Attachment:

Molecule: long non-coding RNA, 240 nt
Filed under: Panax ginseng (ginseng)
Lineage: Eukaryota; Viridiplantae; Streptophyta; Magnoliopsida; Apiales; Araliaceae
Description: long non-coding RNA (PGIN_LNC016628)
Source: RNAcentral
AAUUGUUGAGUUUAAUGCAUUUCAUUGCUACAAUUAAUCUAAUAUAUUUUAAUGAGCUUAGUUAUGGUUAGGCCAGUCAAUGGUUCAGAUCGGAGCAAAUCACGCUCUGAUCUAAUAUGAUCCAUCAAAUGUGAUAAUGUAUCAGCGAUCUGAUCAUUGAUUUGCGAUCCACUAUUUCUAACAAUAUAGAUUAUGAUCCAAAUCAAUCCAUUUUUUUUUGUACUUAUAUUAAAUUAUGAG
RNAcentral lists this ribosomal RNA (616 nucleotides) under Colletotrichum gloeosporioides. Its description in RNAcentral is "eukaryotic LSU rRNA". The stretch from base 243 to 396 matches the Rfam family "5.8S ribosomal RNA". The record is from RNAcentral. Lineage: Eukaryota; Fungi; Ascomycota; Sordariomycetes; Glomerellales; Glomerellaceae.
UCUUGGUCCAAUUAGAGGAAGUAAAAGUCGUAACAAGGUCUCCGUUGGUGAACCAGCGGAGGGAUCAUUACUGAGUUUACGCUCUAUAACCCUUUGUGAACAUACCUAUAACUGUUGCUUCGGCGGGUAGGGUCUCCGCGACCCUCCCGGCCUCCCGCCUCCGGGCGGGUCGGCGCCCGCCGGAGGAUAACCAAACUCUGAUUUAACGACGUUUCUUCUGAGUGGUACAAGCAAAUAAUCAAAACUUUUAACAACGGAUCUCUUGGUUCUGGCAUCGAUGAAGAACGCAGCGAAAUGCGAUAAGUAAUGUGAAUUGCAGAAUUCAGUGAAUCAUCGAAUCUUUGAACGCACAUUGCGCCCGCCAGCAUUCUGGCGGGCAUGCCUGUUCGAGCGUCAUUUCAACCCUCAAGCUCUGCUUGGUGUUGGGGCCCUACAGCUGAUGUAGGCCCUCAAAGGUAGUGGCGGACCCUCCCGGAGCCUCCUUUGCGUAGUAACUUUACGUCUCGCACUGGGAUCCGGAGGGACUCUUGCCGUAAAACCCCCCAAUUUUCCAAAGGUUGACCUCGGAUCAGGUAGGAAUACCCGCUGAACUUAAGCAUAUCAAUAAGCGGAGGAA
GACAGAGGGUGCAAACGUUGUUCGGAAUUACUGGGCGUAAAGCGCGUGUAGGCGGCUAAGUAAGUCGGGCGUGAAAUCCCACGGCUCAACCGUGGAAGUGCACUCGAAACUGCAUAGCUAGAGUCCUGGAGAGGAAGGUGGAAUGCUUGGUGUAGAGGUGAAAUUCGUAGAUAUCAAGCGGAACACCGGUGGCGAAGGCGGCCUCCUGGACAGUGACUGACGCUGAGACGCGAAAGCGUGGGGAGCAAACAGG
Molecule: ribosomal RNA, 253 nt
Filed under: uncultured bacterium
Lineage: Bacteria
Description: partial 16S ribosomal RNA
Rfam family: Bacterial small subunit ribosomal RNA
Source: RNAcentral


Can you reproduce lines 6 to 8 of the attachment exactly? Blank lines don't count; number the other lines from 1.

AAUUGUUGAGUUUAAUGCAUUUCAUUGCUACAAUUAAUCUAAUAUAUUUUAAUGAGCUUAGUUAUGGUUAGGCCAGUCAAUGGUUCAGAUCGGAGCAAAUCACGCUCUGAUCUAAUAUGAUCCAUCAAAUGUGAUAAUGUAUCAGCGAUCUGAUCAUUGAUUUGCGAUCCACUAUUUCUAACAAUAUAGAUUAUGAUCCAAAUCAAUCCAUUUUUUUUUGUACUUAUAUUAAAUUAUGAG
RNAcentral lists this ribosomal RNA (616 nucleotides) under Colletotrichum gloeosporioides. Its description in RNAcentral is "eukaryotic LSU rRNA". The stretch from base 243 to 396 matches the Rfam family "5.8S ribosomal RNA". The record is from RNAcentral. Lineage: Eukaryota; Fungi; Ascomycota; Sordariomycetes; Glomerellales; Glomerellaceae.
UCUUGGUCCAAUUAGAGGAAGUAAAAGUCGUAACAAGGUCUCCGUUGGUGAACCAGCGGAGGGAUCAUUACUGAGUUUACGCUCUAUAACCCUUUGUGAACAUACCUAUAACUGUUGCUUCGGCGGGUAGGGUCUCCGCGACCCUCCCGGCCUCCCGCCUCCGGGCGGGUCGGCGCCCGCCGGAGGAUAACCAAACUCUGAUUUAACGACGUUUCUUCUGAGUGGUACAAGCAAAUAAUCAAAACUUUUAACAACGGAUCUCUUGGUUCUGGCAUCGAUGAAGAACGCAGCGAAAUGCGAUAAGUAAUGUGAAUUGCAGAAUUCAGUGAAUCAUCGAAUCUUUGAACGCACAUUGCGCCCGCCAGCAUUCUGGCGGGCAUGCCUGUUCGAGCGUCAUUUCAACCCUCAAGCUCUGCUUGGUGUUGGGGCCCUACAGCUGAUGUAGGCCCUCAAAGGUAGUGGCGGACCCUCCCGGAGCCUCCUUUGCGUAGUAACUUUACGUCUCGCACUGGGAUCCGGAGGGACUCUUGCCGUAAAACCCCCCAAUUUUCCAAAGGUUGACCUCGGAUCAGGUAGGAAUACCCGCUGAACUUAAGCAUAUCAAUAAGCGGAGGAA